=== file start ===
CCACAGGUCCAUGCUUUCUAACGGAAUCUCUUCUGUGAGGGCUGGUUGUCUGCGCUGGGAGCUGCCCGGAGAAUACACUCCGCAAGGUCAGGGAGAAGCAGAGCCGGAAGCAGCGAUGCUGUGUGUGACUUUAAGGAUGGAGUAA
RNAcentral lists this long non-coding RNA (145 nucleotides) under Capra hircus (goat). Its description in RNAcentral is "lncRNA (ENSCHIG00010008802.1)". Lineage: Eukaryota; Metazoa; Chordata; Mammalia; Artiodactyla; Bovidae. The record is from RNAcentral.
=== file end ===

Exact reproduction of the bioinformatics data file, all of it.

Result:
CCACAGGUCCAUGCUUUCUAACGGAAUCUCUUCUGUGAGGGCUGGUUGUCUGCGCUGGGAGCUGCCCGGAGAAUACACUCCGCAAGGUCAGGGAGAAGCAGAGCCGGAAGCAGCGAUGCUGUGUGUGACUUUAAGGAUGGAGUAA
RNAcentral lists this long non-coding RNA (145 nucleotides) under Capra hircus (goat). Its description in RNAcentral is "lncRNA (ENSCHIG00010008802.1)". Lineage: Eukaryota; Metazoa; Chordata; Mammalia; Artiodactyla; Bovidae. The record is from RNAcentral.